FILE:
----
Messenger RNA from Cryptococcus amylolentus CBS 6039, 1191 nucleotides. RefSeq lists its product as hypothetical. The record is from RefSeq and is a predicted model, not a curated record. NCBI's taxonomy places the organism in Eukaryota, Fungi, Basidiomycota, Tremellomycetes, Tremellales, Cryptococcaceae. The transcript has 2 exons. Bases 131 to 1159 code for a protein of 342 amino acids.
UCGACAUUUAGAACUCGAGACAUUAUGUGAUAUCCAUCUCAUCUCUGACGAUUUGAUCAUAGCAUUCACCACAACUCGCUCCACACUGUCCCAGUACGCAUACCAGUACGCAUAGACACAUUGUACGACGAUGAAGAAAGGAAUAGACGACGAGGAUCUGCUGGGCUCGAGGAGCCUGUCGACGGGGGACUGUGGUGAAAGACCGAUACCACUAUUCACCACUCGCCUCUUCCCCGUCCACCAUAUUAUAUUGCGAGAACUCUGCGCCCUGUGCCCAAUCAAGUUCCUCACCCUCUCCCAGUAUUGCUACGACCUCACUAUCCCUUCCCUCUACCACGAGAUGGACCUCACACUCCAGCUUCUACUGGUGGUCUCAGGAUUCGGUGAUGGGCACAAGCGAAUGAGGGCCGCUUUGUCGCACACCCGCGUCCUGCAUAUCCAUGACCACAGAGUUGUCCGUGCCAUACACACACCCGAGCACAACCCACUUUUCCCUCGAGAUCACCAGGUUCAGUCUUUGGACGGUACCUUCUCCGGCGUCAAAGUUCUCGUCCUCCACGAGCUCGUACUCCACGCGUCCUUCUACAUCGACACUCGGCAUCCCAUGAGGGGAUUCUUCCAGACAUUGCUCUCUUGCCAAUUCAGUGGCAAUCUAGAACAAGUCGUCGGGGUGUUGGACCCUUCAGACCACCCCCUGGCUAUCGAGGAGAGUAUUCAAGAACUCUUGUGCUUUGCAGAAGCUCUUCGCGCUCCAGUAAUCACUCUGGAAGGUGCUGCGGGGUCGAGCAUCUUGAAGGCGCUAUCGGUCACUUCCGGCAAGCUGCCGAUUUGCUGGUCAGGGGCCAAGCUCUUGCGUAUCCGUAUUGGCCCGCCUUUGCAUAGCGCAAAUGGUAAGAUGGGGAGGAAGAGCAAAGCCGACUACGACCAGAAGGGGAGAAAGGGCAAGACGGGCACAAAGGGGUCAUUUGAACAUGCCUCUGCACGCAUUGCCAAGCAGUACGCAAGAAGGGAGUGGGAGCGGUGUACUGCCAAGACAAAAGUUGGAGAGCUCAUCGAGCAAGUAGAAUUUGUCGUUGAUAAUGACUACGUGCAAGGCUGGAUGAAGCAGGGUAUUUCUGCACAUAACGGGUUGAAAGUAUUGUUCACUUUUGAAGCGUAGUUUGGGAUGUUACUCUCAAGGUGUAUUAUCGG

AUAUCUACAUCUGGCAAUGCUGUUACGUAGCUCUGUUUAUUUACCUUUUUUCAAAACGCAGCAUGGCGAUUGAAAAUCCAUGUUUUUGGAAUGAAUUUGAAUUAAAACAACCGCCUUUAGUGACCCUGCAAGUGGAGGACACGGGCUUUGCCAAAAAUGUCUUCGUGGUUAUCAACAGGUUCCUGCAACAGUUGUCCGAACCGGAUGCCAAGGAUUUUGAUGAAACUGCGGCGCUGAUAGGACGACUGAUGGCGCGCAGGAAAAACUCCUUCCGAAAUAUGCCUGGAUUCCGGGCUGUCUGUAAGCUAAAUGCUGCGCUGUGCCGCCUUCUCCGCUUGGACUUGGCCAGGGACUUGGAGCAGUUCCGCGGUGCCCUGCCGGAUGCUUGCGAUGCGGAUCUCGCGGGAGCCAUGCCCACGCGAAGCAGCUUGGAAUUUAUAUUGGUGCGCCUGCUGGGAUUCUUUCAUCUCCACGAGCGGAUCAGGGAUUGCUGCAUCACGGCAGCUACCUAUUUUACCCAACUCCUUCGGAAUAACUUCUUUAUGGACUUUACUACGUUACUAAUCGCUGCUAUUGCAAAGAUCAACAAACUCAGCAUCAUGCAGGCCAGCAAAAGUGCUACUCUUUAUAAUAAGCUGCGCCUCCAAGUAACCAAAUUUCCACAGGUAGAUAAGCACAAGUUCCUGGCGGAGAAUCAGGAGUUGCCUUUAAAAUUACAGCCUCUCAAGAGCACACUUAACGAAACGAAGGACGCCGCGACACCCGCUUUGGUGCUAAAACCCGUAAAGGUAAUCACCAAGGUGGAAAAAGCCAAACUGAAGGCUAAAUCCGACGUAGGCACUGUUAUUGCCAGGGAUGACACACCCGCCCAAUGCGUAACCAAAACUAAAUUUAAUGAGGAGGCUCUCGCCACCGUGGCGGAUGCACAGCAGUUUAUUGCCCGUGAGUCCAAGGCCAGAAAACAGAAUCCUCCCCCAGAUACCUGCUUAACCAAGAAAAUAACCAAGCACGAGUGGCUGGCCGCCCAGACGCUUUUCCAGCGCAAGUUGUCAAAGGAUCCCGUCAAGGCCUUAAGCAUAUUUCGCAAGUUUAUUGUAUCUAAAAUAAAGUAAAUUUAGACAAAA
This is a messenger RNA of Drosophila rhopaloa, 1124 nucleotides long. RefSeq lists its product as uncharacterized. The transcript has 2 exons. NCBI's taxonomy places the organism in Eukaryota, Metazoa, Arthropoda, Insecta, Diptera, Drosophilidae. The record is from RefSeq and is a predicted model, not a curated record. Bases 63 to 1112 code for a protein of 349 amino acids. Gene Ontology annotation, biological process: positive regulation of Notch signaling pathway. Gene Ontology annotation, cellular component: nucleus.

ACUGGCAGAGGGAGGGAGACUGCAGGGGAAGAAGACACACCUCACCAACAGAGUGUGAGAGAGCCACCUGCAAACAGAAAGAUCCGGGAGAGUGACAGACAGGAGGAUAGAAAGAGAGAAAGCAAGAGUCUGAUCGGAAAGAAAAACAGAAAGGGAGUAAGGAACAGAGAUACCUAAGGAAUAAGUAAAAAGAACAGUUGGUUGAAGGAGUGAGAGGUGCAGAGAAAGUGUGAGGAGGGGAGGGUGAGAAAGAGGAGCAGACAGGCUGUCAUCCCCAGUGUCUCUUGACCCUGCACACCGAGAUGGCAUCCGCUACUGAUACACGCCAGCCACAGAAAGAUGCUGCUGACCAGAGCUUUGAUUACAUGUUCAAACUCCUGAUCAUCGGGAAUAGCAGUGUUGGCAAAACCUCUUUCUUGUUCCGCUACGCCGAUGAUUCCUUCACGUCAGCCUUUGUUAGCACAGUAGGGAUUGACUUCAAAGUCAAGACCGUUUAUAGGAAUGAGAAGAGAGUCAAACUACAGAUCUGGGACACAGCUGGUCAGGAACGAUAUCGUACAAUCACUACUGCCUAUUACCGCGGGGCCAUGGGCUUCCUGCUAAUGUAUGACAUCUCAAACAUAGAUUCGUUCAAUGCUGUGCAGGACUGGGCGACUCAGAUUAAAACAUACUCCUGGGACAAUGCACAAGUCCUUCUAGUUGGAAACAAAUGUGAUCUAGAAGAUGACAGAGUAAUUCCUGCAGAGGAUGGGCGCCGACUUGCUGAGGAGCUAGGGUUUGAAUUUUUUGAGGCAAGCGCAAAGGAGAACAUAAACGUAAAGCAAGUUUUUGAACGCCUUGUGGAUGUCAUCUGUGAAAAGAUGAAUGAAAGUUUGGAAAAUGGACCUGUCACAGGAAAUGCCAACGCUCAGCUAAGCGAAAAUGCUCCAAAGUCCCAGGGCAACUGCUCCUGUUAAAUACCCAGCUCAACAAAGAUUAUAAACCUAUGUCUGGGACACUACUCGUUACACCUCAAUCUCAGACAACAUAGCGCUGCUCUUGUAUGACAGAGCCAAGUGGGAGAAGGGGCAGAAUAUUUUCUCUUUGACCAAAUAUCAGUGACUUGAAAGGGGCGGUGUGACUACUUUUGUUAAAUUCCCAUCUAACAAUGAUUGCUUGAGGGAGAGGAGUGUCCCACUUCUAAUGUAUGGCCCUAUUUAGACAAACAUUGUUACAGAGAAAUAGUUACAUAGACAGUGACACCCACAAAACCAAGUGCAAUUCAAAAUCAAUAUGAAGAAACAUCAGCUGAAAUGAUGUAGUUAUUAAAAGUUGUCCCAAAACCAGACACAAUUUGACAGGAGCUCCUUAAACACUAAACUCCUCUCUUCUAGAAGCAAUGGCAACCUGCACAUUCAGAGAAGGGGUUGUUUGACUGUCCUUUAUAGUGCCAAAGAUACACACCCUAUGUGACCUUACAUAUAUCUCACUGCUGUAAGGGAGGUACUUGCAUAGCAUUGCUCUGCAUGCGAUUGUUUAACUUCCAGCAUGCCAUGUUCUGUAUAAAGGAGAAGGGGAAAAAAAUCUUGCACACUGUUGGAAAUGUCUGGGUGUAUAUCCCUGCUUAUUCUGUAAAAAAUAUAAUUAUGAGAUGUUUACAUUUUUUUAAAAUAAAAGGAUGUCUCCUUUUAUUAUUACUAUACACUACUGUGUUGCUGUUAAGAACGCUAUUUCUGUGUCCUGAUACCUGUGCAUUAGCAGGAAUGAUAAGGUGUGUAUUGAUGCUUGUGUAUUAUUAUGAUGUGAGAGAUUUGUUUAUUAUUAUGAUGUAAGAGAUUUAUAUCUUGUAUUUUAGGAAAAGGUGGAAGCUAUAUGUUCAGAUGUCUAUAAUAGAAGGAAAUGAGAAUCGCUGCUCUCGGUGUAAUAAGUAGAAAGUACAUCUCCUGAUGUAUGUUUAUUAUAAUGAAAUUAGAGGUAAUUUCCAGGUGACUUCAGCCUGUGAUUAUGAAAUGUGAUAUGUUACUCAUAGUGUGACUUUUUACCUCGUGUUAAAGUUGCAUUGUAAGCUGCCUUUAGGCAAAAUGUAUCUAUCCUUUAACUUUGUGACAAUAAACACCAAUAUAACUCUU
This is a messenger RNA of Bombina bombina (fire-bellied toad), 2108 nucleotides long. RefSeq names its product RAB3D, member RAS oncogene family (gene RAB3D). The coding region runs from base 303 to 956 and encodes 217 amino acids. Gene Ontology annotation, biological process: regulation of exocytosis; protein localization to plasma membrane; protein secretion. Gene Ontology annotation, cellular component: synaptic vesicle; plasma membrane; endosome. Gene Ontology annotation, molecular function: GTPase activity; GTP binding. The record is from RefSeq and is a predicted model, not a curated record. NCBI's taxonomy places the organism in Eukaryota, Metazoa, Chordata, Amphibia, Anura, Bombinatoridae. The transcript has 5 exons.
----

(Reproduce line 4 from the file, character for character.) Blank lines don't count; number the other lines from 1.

This is a messenger RNA of Drosophila rhopaloa, 1124 nucleotides long. RefSeq lists its product as uncharacterized. The transcript has 2 exons. NCBI's taxonomy places the organism in Eukaryota, Metazoa, Arthropoda, Insecta, Diptera, Drosophilidae. The record is from RefSeq and is a predicted model, not a curated record. Bases 63 to 1112 code for a protein of 349 amino acids. Gene Ontology annotation, biological process: positive regulation of Notch signaling pathway. Gene Ontology annotation, cellular component: nucleus.